I don't remember many of the details of my very first character. Just that he was a Vrusk (think giant ant body with a humanoid torso) from Star Frontiers. My older brother finally gave in and taught me how to play (but only because he was bored and his gaming group wasn't meeting that day.)
I consider my first real character to be a Barbarian from 1st Ed AD&D, built from the wholly unbalanced and completely fun Unearthed Arcana rules. I was probably about 12 or 13, his name was Grunt Slash, and he excelled at wenching and brawling. The biggest danger to his health and sanity was a halfling thief who resembled Tasslehoff Burrfoot in many ways and had "picked up" a startling array of dangerously wild magic items (I think we took his wand of wonder away after he sent someone to another dimension.)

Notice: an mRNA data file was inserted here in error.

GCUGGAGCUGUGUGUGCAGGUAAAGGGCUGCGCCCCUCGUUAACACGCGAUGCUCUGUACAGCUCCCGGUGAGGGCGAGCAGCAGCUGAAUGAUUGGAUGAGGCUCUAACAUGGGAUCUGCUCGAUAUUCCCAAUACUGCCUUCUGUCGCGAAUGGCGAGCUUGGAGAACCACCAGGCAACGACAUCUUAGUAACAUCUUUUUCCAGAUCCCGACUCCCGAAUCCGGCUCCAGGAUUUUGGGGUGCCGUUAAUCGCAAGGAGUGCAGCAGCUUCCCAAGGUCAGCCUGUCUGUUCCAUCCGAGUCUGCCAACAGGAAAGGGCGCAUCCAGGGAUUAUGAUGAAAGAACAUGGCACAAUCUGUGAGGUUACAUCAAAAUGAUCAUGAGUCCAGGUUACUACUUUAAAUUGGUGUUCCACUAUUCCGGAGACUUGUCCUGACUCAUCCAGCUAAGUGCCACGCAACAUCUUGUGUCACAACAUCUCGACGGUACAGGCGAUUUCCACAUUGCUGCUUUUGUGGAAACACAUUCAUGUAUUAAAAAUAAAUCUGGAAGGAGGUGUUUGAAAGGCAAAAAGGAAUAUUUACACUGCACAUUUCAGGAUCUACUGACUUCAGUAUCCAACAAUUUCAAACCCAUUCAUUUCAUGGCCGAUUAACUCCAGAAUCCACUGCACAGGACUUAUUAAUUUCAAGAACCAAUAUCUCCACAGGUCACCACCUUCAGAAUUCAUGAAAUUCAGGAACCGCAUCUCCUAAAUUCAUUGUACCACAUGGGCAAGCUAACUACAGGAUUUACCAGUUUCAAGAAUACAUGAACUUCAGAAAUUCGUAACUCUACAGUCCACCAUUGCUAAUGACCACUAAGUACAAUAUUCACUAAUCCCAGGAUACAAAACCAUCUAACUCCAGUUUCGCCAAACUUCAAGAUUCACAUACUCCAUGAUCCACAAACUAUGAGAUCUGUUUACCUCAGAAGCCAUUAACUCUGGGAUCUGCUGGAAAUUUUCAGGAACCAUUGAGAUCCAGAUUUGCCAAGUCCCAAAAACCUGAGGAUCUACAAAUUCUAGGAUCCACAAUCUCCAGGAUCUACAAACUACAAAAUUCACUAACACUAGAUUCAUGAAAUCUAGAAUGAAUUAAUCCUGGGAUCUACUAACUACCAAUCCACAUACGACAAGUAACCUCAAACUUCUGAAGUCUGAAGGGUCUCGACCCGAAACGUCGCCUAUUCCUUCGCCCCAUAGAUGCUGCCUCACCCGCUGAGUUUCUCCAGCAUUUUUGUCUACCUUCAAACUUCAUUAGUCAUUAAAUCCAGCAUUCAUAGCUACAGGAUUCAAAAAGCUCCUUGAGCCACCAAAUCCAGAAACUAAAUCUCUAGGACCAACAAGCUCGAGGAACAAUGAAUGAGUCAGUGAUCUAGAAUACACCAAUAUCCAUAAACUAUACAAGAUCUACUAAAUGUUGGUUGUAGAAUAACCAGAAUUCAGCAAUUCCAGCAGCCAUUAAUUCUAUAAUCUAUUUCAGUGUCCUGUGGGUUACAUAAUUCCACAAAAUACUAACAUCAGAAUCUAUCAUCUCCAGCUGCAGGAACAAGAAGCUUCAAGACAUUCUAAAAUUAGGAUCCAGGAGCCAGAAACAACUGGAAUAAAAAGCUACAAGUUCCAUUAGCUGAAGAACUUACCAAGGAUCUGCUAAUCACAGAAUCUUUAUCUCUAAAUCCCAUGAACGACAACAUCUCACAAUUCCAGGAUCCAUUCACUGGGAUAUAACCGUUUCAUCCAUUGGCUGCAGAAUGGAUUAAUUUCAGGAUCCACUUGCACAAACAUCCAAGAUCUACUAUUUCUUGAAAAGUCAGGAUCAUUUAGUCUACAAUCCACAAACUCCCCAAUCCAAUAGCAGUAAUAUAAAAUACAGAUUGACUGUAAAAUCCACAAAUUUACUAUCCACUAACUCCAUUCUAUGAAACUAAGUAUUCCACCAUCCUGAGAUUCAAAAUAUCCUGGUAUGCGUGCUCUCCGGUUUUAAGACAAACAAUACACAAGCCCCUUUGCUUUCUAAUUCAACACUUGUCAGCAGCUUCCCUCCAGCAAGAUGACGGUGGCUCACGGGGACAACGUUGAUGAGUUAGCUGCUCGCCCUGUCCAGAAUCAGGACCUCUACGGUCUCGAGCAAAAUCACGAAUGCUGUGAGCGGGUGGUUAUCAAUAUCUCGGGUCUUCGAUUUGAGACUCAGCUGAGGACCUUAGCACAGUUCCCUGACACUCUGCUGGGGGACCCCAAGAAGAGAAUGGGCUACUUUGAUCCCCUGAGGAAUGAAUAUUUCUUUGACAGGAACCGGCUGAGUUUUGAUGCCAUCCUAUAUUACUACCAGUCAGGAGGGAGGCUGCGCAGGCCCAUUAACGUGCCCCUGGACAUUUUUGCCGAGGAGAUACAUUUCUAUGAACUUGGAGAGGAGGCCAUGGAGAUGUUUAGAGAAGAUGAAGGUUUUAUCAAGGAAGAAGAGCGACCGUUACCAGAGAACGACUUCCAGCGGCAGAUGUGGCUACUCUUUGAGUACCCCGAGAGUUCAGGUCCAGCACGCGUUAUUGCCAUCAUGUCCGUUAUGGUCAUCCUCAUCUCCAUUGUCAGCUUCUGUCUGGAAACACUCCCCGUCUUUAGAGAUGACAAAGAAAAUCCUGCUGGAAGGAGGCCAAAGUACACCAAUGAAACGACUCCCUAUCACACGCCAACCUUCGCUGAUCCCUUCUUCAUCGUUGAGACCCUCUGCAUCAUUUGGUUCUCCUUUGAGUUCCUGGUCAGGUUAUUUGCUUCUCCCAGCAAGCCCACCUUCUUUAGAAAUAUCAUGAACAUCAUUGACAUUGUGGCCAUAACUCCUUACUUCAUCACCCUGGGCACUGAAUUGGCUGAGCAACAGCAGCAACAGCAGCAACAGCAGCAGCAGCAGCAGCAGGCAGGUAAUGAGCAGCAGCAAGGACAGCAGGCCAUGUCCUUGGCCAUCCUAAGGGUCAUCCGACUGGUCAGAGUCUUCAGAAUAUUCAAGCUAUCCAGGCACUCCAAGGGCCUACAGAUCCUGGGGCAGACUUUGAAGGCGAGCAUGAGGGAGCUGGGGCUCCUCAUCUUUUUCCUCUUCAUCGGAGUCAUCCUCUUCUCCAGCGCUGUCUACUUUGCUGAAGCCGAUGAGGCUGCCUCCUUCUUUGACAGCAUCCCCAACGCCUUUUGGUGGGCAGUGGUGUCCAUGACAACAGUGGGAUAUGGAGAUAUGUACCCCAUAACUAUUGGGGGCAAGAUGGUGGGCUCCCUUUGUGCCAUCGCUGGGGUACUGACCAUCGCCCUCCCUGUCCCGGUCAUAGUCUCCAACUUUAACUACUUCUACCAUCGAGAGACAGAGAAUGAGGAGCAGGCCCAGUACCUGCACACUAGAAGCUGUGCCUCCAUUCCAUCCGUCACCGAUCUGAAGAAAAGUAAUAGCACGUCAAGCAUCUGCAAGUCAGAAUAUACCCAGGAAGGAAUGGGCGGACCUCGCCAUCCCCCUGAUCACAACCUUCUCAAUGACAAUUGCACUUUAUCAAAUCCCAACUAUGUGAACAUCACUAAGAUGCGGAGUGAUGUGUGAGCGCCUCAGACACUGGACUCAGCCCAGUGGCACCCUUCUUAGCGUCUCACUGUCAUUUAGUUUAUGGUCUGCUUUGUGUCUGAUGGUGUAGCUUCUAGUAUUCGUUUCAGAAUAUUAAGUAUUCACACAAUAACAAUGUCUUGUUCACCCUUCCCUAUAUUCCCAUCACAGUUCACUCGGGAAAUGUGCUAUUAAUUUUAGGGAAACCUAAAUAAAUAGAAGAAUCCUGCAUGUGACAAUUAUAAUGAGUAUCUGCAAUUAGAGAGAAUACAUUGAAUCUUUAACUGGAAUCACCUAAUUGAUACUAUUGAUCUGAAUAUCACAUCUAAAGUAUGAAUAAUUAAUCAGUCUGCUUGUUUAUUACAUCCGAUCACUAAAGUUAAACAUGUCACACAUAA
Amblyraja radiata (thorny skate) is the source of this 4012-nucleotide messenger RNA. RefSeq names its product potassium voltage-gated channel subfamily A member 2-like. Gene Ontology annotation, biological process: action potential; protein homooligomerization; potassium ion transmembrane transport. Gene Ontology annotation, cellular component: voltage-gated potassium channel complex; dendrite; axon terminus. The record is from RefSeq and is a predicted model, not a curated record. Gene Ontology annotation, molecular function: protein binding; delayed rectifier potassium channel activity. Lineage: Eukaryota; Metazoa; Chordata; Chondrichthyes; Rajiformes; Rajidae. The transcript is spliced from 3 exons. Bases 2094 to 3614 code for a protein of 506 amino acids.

We usually had the radio playing during that long campaign and so a lot of 80's pop songs make me wax nostalgic. I found it is decidedly not romantic to tell a woman that Cheap Trick's The Flame makes me think of a bloodthirsty barbarian. :)
I don't have much to say about this. It seems pretty straightforward and usable.
I suppose a few plot hooks would be helpful to get the imagination working, but I doubt it would take much to come up with something on my own. If you have a player really willing to get into the role, you could have them find it and play up the effects until the rest of the party realizes there's a problem and have to intervene.Go to Comment
Some interesting considerations. I was once on the player's side of the equation for most of a summer and I agree with what has been said. Game mechanics were mostly ignored in favor of heavier role-playing. I rarely interacted with more than one NPC at a time. I got myself into a few jams, similar to what has been described (no other players to reality check my ideas.) I was lucky to have a creative and forgiving GM.
Good article manfred. I especially liked ephe's idea about using solo gaming to warm up a group.